Fr. Paddy Byrne has a weekly column in the Nationalist papers.
This column appeared in the edition published 27 April 2011.
Holy Week. Seven days, filled with Religious Symbolism and Rituals, from Washing Feet to Venerating the Cross. Holy Week tells the very hopeful story of Jesus’ great love and resilient compassion. A free love, given in an absolute fashion. A love, told powerfully by a God who “lay down his life for his friends”.
For this reason, these days resonate with many emotions felt within all our hearts. The joy and intimacy at a family meal, the pain of not knowing our future, the emptiness, because of a loved ones death and the transforming hope and joy on Easter Sunday; Jesus risen from the dead.
This Holy Week, the Church, promotes this powerful story, while at the same time remains so bruised by its past. The recent Ryan, Murphy and now Cloyne Reports tell the shocking true story of how an institution covered up; remained silent and failed to deal with the shocking truth regarding clerical child sexual abuse. A very sacred trust between priest and people has been so greatly damaged because of such terrible scandal. Many people struggle especially victims who are to the foremost in my mind while I begin to prepare to celebrate Holy Week. It is fundamental to begin with this reality, as a people who so often walk in the shadows and long for new light and hope.
Our church is so much greater that the old model of a black and white institutional church. An institution that continues, often to disconnect itself from the reality of where many people find themselves to be. One of the great models of the church in the Second Vatican Council and never realised is that of the church being a living dynamic community of faith “the people of God”. This week Jesus reminds us all that essentially our church is local; familiar places where we share meals, support and encourage. Our church is not even about buildings or ceremonies. “Where two or three are gathered in my name, I am with you”. Jesus continues to wash our feet through the hands of parents, caring for their family, voluntary organisations who support often the most vulnerable in our society.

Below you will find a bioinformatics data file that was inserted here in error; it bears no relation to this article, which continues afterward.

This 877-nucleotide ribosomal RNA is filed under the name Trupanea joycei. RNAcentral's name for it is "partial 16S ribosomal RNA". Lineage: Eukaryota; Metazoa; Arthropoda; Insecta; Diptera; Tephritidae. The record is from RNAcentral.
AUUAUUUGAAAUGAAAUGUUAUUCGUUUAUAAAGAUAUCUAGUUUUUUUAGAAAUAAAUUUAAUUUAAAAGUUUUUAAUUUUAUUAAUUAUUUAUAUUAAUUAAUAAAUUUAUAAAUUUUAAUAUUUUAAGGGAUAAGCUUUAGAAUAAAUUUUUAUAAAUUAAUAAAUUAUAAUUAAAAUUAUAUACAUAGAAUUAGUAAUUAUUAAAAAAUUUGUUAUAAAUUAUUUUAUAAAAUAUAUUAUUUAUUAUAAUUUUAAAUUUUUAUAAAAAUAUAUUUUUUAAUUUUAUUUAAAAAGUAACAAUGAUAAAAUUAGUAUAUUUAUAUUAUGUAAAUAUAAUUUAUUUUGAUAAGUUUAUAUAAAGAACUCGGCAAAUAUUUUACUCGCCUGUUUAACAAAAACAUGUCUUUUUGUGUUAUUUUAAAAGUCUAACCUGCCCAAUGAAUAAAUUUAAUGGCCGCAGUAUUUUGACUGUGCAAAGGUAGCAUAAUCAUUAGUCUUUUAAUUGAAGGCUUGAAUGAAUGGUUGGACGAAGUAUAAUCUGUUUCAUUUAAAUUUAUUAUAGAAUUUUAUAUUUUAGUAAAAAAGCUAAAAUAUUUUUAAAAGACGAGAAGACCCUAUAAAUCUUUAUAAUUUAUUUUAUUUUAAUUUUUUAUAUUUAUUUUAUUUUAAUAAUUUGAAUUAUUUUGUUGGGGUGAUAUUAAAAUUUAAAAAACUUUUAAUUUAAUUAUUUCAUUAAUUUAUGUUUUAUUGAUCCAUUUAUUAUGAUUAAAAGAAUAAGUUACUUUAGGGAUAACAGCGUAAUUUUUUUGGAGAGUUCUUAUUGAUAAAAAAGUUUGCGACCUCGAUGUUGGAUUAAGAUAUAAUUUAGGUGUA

Jesus in Gethsemane reminds us that we are not alone. His fragile and very vulnerable experience of doubt, frustration and extreme anxiety is a powerful solidarity with so many who are uncertain and overwhelmed. I think especially of those who live with debt, unemployment, the horrible consequences of this dreadful recession.
Jesus dying on the cross is an invitation to new life. His kingdom is not for those who have it all, but firstly, for those who are in want of something greater. His word to a dying thief – “Today you will be with me in paradise”.
His dying arms outstretched are an invitation to all people to turn to his love. Jesus on the cross embraces the depth of our humanity and in doing so makes us new and powerful.
A church on its knees, bruised and deeply scarred is perhaps a Christ-like place to be. “By his wounds we are healed”. Without the cross we have no Easter. It is through suffering; Jesus gives us Easter – Hope.
My prayer, especially at our Dawn Mass on Easter Sunday at 6:00am surrounded by the beauty of God’s creation is for renewed hope. God’s light is bright, His presence is real. May we begin again in renewed confidence that through Jesus all will be well.